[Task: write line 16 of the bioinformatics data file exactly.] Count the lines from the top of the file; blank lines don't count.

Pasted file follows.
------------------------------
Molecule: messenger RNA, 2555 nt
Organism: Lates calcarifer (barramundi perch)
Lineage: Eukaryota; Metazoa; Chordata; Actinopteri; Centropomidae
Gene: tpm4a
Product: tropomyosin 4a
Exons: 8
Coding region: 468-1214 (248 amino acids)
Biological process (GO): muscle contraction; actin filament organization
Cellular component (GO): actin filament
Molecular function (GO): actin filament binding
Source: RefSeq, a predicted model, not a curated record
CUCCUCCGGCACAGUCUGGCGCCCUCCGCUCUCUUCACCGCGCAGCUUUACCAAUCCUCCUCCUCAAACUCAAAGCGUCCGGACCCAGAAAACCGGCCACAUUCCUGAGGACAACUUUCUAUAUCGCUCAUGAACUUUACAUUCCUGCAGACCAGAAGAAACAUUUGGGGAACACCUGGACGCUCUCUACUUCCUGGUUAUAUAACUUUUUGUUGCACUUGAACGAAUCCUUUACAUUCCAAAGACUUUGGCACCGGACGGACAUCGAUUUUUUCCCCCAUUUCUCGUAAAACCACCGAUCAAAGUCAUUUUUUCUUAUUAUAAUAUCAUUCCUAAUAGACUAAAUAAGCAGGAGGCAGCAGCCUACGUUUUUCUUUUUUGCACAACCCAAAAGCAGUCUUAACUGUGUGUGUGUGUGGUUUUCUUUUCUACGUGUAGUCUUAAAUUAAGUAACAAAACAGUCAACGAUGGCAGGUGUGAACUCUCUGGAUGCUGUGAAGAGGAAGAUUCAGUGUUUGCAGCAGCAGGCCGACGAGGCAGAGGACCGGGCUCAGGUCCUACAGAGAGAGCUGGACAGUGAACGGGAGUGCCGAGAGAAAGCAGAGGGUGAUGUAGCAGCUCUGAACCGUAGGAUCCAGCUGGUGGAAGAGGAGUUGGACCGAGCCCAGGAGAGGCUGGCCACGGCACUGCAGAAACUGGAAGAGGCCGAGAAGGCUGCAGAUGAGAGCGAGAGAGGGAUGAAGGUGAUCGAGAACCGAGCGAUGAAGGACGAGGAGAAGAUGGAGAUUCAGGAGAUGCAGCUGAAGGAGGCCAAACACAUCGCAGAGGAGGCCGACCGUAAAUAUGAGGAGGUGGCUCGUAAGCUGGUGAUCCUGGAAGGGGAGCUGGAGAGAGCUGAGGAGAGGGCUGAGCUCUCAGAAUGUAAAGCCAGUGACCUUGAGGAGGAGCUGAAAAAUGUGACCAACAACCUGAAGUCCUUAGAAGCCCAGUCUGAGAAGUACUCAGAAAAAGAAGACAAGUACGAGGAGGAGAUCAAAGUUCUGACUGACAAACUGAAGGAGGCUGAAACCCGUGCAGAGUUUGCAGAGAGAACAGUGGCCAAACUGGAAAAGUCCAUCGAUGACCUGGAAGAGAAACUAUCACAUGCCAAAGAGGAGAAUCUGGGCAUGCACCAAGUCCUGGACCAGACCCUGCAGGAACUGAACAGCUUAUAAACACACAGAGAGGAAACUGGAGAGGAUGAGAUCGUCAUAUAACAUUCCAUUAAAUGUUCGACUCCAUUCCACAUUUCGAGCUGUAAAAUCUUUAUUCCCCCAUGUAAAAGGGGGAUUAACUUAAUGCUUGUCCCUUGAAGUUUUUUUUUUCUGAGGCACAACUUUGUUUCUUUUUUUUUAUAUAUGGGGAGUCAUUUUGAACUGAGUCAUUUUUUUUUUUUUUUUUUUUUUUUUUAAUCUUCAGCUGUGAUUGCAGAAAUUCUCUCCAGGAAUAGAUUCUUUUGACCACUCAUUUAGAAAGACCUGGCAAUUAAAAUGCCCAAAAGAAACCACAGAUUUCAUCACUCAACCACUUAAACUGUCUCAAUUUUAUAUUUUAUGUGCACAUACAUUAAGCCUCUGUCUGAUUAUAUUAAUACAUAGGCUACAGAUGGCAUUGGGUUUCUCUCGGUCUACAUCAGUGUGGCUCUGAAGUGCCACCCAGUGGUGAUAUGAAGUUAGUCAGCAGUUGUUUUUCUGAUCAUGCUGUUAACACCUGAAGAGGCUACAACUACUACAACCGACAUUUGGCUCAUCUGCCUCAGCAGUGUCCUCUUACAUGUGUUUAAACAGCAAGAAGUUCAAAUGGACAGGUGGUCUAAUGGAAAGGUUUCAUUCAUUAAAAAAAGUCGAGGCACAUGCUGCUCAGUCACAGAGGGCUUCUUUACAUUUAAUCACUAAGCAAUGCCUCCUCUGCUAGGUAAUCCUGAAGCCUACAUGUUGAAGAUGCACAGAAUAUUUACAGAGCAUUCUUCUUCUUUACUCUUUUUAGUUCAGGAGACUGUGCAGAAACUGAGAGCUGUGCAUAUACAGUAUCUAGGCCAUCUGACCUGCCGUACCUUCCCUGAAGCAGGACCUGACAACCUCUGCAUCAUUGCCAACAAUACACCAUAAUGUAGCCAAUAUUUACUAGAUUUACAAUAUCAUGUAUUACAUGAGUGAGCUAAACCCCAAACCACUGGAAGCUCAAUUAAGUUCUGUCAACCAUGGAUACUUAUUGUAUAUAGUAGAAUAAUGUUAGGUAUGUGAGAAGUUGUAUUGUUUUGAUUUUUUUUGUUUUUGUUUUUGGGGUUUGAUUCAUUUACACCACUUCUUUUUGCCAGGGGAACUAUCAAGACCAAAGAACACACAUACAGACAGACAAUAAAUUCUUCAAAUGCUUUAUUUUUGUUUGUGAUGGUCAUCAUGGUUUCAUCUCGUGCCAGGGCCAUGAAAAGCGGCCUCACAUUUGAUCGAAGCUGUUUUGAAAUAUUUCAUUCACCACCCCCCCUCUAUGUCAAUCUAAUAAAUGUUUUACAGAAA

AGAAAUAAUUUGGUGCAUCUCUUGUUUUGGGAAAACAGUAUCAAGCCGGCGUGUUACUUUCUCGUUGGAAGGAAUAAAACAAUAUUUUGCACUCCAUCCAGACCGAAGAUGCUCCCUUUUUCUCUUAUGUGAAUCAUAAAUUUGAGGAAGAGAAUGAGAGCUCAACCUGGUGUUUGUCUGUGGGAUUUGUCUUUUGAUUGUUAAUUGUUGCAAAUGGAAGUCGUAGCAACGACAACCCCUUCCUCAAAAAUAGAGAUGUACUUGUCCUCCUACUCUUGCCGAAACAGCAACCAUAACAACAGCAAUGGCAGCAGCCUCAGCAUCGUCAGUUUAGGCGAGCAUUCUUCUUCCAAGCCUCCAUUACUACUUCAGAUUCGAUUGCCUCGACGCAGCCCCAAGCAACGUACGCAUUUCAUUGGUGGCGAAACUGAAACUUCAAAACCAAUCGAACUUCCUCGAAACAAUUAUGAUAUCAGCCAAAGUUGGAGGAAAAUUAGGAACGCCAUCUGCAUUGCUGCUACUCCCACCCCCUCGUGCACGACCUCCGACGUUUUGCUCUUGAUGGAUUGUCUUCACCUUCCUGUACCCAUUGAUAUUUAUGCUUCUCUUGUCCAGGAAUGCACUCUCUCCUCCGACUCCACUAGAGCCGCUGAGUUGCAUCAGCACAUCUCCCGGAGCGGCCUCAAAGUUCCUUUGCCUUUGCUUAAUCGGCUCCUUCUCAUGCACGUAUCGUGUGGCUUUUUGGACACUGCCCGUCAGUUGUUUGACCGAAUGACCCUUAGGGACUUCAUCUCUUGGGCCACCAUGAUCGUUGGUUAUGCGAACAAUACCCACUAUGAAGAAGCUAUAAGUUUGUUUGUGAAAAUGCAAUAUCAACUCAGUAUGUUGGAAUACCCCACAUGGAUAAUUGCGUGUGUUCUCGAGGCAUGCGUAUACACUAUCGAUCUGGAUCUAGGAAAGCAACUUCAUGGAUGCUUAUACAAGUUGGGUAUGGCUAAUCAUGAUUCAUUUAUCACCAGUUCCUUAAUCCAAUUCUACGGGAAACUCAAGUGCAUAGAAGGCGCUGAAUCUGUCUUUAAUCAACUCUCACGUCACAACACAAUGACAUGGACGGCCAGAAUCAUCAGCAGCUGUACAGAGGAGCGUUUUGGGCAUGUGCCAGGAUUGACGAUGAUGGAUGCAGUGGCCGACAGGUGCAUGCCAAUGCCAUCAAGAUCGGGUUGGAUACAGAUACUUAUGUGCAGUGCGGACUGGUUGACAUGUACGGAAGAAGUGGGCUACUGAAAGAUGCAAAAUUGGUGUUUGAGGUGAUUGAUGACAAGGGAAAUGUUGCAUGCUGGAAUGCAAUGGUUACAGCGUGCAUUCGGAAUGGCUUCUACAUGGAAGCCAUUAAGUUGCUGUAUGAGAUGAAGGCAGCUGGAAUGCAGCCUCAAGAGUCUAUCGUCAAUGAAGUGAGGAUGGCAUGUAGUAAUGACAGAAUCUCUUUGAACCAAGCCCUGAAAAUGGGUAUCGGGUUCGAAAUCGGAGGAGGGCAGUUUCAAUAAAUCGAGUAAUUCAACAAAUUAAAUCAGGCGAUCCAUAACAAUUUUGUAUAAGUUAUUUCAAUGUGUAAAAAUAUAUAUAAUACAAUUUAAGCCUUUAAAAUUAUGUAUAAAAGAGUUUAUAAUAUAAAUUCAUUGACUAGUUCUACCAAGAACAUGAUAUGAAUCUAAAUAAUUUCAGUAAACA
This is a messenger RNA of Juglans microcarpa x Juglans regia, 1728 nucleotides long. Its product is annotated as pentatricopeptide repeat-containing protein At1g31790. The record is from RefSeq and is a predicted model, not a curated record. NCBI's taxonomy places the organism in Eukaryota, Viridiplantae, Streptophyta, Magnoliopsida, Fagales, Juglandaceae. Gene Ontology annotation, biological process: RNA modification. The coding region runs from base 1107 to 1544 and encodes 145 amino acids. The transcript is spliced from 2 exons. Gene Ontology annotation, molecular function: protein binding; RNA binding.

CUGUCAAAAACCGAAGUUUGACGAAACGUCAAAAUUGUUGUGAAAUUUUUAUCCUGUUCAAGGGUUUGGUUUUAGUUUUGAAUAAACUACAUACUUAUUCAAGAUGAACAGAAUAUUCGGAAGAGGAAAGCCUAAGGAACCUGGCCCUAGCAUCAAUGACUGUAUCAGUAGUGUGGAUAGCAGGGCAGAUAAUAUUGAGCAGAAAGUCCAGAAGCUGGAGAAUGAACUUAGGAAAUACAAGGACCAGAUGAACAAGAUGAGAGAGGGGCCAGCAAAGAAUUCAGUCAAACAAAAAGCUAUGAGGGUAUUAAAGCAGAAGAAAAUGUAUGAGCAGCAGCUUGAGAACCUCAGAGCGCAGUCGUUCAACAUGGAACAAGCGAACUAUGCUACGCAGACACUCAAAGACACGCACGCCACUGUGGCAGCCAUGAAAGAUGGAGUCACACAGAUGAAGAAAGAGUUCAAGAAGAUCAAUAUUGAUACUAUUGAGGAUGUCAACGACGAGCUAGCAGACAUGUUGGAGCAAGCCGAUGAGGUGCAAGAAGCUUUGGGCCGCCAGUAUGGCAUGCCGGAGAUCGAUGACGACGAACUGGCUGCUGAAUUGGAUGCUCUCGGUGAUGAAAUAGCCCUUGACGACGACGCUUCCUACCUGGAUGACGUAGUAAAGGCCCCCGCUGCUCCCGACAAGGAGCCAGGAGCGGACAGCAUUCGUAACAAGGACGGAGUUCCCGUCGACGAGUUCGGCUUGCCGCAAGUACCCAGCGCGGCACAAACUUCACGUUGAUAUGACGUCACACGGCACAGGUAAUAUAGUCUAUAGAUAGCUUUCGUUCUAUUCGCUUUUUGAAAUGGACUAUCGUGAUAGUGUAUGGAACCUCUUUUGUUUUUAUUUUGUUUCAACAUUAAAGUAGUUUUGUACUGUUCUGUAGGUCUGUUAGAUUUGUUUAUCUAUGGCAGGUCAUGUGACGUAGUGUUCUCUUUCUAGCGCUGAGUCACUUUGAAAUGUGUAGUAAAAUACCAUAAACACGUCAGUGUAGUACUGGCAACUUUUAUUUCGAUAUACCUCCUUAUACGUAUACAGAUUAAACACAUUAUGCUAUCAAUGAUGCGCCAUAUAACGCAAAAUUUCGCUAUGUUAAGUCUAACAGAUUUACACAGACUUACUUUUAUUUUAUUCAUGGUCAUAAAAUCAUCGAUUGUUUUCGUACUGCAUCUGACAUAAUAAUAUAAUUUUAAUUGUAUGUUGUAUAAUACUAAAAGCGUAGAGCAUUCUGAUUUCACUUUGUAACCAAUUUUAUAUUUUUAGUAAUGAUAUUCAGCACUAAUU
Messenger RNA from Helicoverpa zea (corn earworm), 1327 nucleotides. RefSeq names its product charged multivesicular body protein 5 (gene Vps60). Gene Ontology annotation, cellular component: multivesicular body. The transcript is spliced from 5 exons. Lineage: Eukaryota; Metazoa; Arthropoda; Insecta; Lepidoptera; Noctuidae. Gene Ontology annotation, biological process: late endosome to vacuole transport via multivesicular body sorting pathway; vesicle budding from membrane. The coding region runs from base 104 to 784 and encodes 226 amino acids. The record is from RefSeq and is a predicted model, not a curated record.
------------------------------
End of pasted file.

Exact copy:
Messenger RNA from Helicoverpa zea (corn earworm), 1327 nucleotides. RefSeq names its product charged multivesicular body protein 5 (gene Vps60). Gene Ontology annotation, cellular component: multivesicular body. The transcript is spliced from 5 exons. Lineage: Eukaryota; Metazoa; Arthropoda; Insecta; Lepidoptera; Noctuidae. Gene Ontology annotation, biological process: late endosome to vacuole transport via multivesicular body sorting pathway; vesicle budding from membrane. The coding region runs from base 104 to 784 and encodes 226 amino acids. The record is from RefSeq and is a predicted model, not a curated record.